The NAB contends that terrestrial radio has always been a partner for the artists, responsible for millions of dollars in record sales. Commonwealth Broadcasting President/CEO Steve Newberry, speaking on behalf of the NAB on Wednesday, thinks that “…local radio provides to the recording industry what no other music platform can: Pure music promotion. Radio is free, radio is pervasive, and no one is harming record label sales by stealing music from over-the-air radio.” He went on to mention that if the bill passes “…the value of this extraordinary promotion, and all of the financial benefits that come from it, will be harmed. Ultimately, less music will be played, less exposure will be provided for artists — particularly new artists — and music sales will suffer.” The NAB also believes that the blame for dropping revenues in music is misdirected, and that the real problem for artists is restrictive recording contracts.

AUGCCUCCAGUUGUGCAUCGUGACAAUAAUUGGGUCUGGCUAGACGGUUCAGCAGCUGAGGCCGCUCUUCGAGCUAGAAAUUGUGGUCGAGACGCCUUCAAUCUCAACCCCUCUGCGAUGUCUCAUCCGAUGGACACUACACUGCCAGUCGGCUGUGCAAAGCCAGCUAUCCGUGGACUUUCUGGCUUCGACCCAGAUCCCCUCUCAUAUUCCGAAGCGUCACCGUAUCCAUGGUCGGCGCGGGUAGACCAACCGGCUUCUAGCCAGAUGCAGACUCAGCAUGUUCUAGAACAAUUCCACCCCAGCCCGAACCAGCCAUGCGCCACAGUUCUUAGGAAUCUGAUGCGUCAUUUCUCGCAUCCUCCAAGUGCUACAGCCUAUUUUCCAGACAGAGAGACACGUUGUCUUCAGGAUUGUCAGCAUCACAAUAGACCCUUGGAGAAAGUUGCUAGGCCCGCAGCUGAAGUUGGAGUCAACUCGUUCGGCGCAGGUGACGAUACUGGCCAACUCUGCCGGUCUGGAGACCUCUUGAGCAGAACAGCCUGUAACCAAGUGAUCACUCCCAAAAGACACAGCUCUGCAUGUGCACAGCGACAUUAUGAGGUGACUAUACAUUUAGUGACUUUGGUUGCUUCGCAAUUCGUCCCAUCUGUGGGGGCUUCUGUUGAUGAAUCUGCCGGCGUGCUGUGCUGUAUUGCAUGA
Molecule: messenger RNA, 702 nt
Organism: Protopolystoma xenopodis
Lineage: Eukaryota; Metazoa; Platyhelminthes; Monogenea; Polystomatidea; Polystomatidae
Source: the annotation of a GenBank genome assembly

The NAB and the RIAA (the jury is still out for me on Sound Exchange, who have a heavy RIAA affiliation) are not organizations that have the artist’s best interest in mind. Their job is to represent the best interest of their member companies. And although the NAB is framing this as a battle between the “local broadcasters” and the RIAA (taking advantage of the RIAA’s terrible PR problem), this issue affects artists at every stage of their career, signed and independent. Although income is falling, the broadcasters are still making money (radio revenues came in at about $20 billion in 2007, according to ICBS Broadcast Holdings President/COO Charles Warfield, who testified on behalf of the NAB) based on the content these artists produce, and to say the artists should not be compensated for this is the embodiment of the old-school record business.